Reporters Without Borders has written to President Abdoulaye Wade about the ransacking of the premises of two Dakar-based dailies - L’As and 24 heures - on the night of 17 August amid mounting tension between the privately-owned press and Farba Senghor, the minister of handicraft and air transport.
The letter asks President Wade to “do everything possible to ensure that the situation improves and that those responsible for these illegal actions are punished.”
HE Abdoulaye Wade
President of the Republic
Avenue Leopold Sedar Senghor
PO Box 4026
Paris, 19 August 2008
Dear Mr. President,
Reporters Without Borders would like to draw your attention to a battle between your government’s handicraft and air transport minister, Farba Senghor, and a number of privately-owned newspapers based in Dakar. The conflict was until recently limited to verbal threats, but it reached alarming proportions on the night of 17 August and could have serious consequences if nothing is done to defuse it. We therefore urge you, as guarantor of civil peace and the rule of law, to intervene.
Around 10 men armed with knives and teargas grenades raided the premises of the privately-owned dailies L’As and 24 heures in the residential neighbourhood of Sacré-Coeur 3 Polytechnique on the night of 17 August, destroying equipment and material used to produce the newspapers. The men arrived in a 4WD vehicle with an “AD” number plate of the kind reserved for government vehicles.
The unacceptable ransacking of these privately-owned properties followed verbal threats against these newspapers by Farba Senghor. After they published information about his private life, Mr. Senghor told the media that he “reserved the right to respond in a manner equal to the attacks.”
Relations between Mr. Senghor and much of the privately-owned press have worsened considerably in recent weeks after the situation was poisoned by a series of incidents and acts of intimidation. On 27 July, for example, Mr. Senghor called on government ministers and other officials to “stop buying newspapers considered overly hostile to the government.” At the same time, he promised the newspapers “a tax adjustment.” Government departments and agencies were instructed the same day to stop buying advertising space from these newspapers. Walf TV presenter Pape Ngagne Ndiaye claimed on 1 August that Mr. Senghor threatened him after he was asked if he was going to marry one of his assistants. The Walf Grand Place newspaper reported on 8 August that the minister had instructed his aides to stop sending the weather forecasts they had traditionally provided to several newspapers.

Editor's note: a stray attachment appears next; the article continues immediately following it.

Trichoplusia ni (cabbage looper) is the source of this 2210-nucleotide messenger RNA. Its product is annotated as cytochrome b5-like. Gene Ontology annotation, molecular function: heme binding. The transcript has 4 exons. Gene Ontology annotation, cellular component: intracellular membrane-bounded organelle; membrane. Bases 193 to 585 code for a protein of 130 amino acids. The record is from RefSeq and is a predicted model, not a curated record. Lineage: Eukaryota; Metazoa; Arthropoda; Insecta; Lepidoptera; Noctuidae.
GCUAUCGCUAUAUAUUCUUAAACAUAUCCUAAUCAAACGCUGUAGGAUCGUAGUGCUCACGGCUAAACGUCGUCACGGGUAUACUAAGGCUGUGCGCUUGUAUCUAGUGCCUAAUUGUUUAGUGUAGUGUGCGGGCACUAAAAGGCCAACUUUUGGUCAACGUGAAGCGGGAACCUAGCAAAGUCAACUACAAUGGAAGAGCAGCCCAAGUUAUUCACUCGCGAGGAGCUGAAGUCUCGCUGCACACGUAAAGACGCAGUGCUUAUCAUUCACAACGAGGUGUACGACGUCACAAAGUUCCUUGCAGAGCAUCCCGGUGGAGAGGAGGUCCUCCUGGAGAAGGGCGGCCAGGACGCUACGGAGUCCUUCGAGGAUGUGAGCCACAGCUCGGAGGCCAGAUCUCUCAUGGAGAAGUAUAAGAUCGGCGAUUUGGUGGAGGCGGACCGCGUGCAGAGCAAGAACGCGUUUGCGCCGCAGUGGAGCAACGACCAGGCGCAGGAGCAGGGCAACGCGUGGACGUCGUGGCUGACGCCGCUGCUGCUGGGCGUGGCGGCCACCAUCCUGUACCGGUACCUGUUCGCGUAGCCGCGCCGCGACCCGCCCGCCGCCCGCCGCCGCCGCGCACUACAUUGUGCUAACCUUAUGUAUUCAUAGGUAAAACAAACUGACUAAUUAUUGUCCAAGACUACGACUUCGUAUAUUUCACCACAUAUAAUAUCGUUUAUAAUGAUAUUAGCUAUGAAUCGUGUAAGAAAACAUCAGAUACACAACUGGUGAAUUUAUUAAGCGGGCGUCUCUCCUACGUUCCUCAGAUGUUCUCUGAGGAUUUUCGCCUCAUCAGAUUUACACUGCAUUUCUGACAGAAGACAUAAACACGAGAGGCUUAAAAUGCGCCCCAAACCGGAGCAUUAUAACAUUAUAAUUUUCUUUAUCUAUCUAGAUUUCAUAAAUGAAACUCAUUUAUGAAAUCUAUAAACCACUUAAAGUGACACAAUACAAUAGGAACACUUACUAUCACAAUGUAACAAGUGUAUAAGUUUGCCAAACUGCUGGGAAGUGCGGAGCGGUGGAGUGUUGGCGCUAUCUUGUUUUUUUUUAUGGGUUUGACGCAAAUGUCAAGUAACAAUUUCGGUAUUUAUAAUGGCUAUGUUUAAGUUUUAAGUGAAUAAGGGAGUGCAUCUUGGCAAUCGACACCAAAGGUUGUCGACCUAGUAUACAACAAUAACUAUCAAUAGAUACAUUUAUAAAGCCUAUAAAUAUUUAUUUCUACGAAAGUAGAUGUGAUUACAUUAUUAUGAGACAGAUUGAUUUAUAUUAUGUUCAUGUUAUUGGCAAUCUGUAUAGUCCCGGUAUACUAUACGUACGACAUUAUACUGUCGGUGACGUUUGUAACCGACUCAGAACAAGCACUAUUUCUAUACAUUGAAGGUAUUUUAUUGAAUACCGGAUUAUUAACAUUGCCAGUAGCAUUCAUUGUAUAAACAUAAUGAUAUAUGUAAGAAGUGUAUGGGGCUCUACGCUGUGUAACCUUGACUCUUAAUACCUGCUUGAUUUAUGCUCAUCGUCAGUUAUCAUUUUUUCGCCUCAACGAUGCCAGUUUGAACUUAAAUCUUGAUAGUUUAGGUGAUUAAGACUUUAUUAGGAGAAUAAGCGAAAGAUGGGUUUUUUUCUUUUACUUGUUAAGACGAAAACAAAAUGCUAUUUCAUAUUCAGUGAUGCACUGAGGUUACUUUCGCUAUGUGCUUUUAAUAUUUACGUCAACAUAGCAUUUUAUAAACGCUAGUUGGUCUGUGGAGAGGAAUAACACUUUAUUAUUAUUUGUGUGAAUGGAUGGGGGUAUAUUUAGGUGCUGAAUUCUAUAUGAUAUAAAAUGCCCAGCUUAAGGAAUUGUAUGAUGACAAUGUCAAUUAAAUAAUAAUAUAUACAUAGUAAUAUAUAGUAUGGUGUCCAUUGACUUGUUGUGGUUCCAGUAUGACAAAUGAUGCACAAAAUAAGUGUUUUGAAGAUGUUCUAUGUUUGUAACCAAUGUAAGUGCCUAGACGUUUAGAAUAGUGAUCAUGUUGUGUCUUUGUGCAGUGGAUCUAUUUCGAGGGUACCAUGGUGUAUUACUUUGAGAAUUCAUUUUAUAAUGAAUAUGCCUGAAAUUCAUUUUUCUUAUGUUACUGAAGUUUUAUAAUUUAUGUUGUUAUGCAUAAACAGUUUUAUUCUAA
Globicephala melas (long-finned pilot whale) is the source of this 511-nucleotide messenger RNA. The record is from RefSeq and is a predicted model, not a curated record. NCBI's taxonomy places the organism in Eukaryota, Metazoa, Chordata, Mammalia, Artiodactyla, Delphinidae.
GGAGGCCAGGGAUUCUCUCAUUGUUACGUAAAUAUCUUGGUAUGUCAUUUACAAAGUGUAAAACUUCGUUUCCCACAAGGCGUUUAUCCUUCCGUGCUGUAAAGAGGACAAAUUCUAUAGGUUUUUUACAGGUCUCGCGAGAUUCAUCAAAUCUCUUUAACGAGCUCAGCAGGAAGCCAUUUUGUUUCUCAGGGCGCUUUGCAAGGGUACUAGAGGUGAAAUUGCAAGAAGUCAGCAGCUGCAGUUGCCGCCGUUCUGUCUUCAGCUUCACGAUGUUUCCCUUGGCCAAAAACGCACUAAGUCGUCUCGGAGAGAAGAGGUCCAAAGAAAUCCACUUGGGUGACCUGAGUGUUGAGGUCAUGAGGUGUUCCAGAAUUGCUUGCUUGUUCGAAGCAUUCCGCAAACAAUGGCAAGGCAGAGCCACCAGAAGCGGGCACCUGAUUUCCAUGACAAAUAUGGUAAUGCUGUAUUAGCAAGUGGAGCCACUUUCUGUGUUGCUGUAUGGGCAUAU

These incidents come after a difficult year for Senegal’s journalists in which several of them were summoned for questioning at the headquarters of the plain-clothes police and cases of police violence against journalists went unpunished.
We are aware that disputes can occur between government officials and the privately-owned press in a democracy without causing particular concern, and that the defence of rights and freedoms requires restraint and professionalism on all sides. But, while there are bodies that regulate the media, only the president is capable of restoring order in the public administration and within the government in particular.
When certain newspapers publish reports about a minister’s private life, a collective self-examination may be required on the part of the media. But passing from verbal abuse to physical violence is not acceptable especially when, as in this case, the person under suspicion is a government minister who should, in theory, put the public interest first and behave in an exemplary manner.
We therefore think it is important that, in Senegal’s interest, you should do everything possible to ensure that the situation improves and that those responsible for these illegal actions are punished.
We thank you in advance for giving this matter your careful consideration.